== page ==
- Choose herbs that are robust with vitamins and minerals, especially those that do well with heat. The same kinds of herbs you’d use in a good quality bone broth, for instance, are good choices. Often, herbs that aren’t seaweed but are classified as salty by Ayurveda, Traditional Chinese Medicine, or Traditional Western Herbalism are chock-full of nutrients that will be well-extracted by heat and pressure.
- Choose a potent vinegar. If you’re making it using store-bought vinegar, be sure it’s as natural as possible and contains no additives, such as coloring. If you can use Raw Cider Vinegar, reserve some to add at the end for the nutrients and healing properties that will be destroyed in the pressure cooking or heating process.
- Read the instructions for your pressure cooker or pressure canner thoroughly and follow them!
If you’d like more information on the basic process for making an oxymel, check out The Practical Herbalist. They’ve got a terrific how-to and a few recipes to get you started. If you want to just jump right in, here’s my recipe for a good, basic Oxymel for Allergy Relief or Recovery after Flu and Colds.
Candace’s Instant Allergy Relief Oxymel Recipe
I used an Instant Pot for the pressure cooking part of this process. You can use a standard pressure cooker or a pressure canner just as easily. If you choose the pressure canner, put the ingredients into glass canning jars and cap them as if you were planning to can them. Set your pressure cooker or canner to 10 pounds pressure. (Instant Pot pressure cooks at about 11 pounds pressure automatically.)
When I use raw apple cider vinegar or other raw vinegars (like my homemade plum or grape vinegar), I set aside 1 cup of the vinegar to include when I add the honey. Raw vinegars contain a lot of healing properties that are destroyed in the heating process, so setting some aside to be added cool preserves those properties. You can use any vinegar you like, although I recommend avoiding straight white vinegar because it’s a grain-based product and can have a more harsh quality.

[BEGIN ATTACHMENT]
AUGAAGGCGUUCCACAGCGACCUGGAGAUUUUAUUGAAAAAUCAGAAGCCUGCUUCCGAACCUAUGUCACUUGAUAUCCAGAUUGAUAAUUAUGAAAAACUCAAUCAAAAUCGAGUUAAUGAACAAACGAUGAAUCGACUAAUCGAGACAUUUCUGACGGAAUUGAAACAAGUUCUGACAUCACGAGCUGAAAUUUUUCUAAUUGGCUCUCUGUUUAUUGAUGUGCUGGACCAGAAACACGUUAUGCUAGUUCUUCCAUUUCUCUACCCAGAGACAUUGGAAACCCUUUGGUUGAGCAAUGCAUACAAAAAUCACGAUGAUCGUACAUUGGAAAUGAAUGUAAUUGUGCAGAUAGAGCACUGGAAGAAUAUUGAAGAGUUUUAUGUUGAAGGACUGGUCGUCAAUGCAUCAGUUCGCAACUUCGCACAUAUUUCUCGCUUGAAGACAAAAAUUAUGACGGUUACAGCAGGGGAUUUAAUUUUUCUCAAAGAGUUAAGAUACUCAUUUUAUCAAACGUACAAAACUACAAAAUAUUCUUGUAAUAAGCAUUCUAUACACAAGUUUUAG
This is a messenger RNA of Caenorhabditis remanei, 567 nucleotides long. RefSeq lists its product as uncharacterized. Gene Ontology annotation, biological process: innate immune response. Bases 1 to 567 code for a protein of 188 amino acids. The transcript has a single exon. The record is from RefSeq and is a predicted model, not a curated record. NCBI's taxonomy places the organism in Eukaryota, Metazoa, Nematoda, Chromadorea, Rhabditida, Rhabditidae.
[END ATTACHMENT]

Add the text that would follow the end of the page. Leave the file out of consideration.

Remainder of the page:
If you don’t have access to fresh dandelion tops, you can substitute 80 grams (3 ounces) of dried dandelion tops.
- 120 grams (4 ounces) fresh dandelion tops
- 80 grams (3 ounces) dried dandelion root
- 20 grams (1 ounce) dried nettle tops
- 1 liter (4 cups) vinegar
- 1/2 cup (approximately 120 ml) raw, local honey (up to 1 cup/240 ml if you like your oxymels sweet)
- Measuring cups
- Glass bowl or jar that can hold about 8 cups/2 liters (with lid or any sort of cover)
- Instant Pot (5 quart/5 liter or larger) or similar pressure cooker
- Spoon for stirring
- Glass quart jar with plastic lid or plastic-wrapped standard lid
- Label and pen
- Add the herbs and vinegar to your Instant Pot or pressure cooker.
- Following the directions for your pot, pressure cook the mixture for 25 minutes (at approximately 10-11 pounds pressure).
- When the pressure cooking is done, allow the pressure to release naturally for at least 10 minutes, then release the pressure by opening the vent or cooling the pressure canner using cold water or another method that’s appropriate to your pot.
- Pour the mixture into a glass jar or bowl with a cover.
- When the mixture has cooled to body temperature or lower, add the honey (and any remaining vinegar if you’d reserved any).
- Cover the mixture and let it stand overnight.
- The next day, strain the plant material from the liquid and pour the liquid into a glass jar with a plastic or rubber lid.
- Compost the plant material and label the jar.
You can use oxymel as a salad dressing, in greens, or to flavor other foods. It can also make a nice shrub or drink mixer. I drink about an ounce straight-up daily through allergy season or as long as my respiratory system feels damp and congested.
Do not take oxymel when you have a dry cough, dry nasal passages or sinuses, or are suffering other dry conditions in your respiratory system.